tions where inequity can be reduced. Instead it occurs whenever a per-
son is treated unkindly and is given a chance to ˜˜pay back.™™
With the help of the following three experiments, Falk, Fehr, and
Fischbacher (2001) directly tested the importance of inequity aversion
and retaliation motives for the performance of punishments. In the ¬rst
experiment, the prediction depends on the way inequity is measured.
In discussing this experiment, we also bring attention to the question
whether inequity aversion should be measured as a difference between
payoffs or in terms of relative payoff shares. The ¬rst two games
described here are simple ultimatum games, and the third is a public
goods game with a subsequent punishment stage. The two ultimatum
games are presented in ¬gure 6.3.
In both games presented in ¬gure 6.3, the proposer can choose be-
tween the offer x and y, where x is the unfair offer (8/2) and y the
fair offer (5/5). The consequences arising from the rejection of an offer


y y
x x

r r r r
a a a a

8 .8 5 .5 8 5 3
2 .2 5 .5 2 5 3
UG with constant relative share UG with constant difference

Figure 6.3
Ultimatum games (UGs) where a rejection does not reduce inequity.
Modeling Strong Reciprocity 203

are different, however. In the game UG with constant relative share, a
rejection of an offer leaves the ratio between the players™ payoffs un-
changed. In the game UG with constant difference, it is the difference be-
tween the payoffs that remains unchanged following a rejection. The
standard economic prediction for the two ultimatum games dictates
the proposers to choose the offer x which is accepted by the res-
ponders. Assuming that people have fairness preferences, the predic-
tions depend on the nature of these preferences.
Let us start our discussion with the UG with constant relative share.
In this game, the retaliation motive predicts that the unfair offer x
is rejected. After all, the offer (8/2) is very unkind and the proposer
˜˜deserves™™ the punishment. The predictions put forward by a fairness
concept based on inequity aversion depend on the way inequity is
measured. If inequity is measured as the difference between the own
payoff and the payoff of the other player °pi À pj Þ, inequity aversion
predicts rejection because the difference between 0.8 and 0.2 is smaller
than the difference between 8 and 2. If inequity aversion is measured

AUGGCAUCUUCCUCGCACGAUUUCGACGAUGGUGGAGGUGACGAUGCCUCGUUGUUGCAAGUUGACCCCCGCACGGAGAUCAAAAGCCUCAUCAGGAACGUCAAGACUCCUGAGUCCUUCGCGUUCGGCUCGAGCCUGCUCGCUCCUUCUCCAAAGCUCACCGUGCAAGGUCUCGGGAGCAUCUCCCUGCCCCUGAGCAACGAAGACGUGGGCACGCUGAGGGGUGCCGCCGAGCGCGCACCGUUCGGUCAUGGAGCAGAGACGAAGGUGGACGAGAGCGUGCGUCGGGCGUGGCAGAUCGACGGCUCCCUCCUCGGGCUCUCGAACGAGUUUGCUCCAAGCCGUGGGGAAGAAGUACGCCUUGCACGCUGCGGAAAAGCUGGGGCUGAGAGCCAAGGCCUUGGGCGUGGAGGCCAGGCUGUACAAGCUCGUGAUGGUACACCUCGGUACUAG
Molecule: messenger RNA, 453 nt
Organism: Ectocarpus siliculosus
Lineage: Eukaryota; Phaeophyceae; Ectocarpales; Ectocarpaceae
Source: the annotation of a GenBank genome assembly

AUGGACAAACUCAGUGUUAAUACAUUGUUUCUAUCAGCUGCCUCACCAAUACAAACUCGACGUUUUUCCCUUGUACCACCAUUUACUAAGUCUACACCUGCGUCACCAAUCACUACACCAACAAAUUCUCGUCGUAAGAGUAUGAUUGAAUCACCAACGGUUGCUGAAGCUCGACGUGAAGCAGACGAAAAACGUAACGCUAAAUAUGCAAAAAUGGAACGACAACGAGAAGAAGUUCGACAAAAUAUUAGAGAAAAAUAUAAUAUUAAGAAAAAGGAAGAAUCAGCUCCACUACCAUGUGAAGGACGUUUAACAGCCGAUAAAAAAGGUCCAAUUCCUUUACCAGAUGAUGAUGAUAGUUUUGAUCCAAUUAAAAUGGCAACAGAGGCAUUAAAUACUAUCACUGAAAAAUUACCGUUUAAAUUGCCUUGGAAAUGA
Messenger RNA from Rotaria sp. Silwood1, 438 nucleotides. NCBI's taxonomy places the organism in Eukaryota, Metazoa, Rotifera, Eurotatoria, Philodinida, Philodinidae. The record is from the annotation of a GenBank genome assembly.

on the basis of the relative share of own payoff to (the sum of all)
others™ payoffs °pi =Spj Þ, no rejections are expected”since the share of
0.2/1 is exactly the same as that of 2/10. In the UG with constant differ-
ences, inequity aversion predicts no punishments independent on how
inequity aversion is measured. The retaliation motive, on the other
hand, does not preclude punishments in this game because the offer
(8/2) is quite unfair and the responder™s payoff can be reduced by a
The results of the UG with constant relative share cast serious doubts
on the validity of the inequity aversion motive if modeled as relative
share. Even though the relative share argument predicts a rejection
rate of zero, 38 percent of all players reject the unfair offer (8/2). Ineq-
uity aversion as measured by the difference between payoffs seems to
¬t the data better. However, in the UG with constant differences, the re-
jection rate of the unfair offer (8/2) is still 19 percent. Thus, even
if modeled in terms of differences of payoffs, inequity aversion does
not account for about 20 percent of the observed punishment in our
reduced ultimatum game.
To further test the importance of inequity aversion as a motivational
factor that drives punishments, we studied a public goods game with
a subsequent punishment opportunity (Falk, Fehr, and Fischbacher
2001). In the ¬rst stage of this one-shot game, three players ¬rst decide
simultaneously on a voluntary provision to a linear public good. The
204 Falk and Fischbacher

decision amounts to an investment of either 0 or 20 points to the public
good. Payoffs in the ¬rst stage are 20 À own provision þ 0.6 Ã sum of all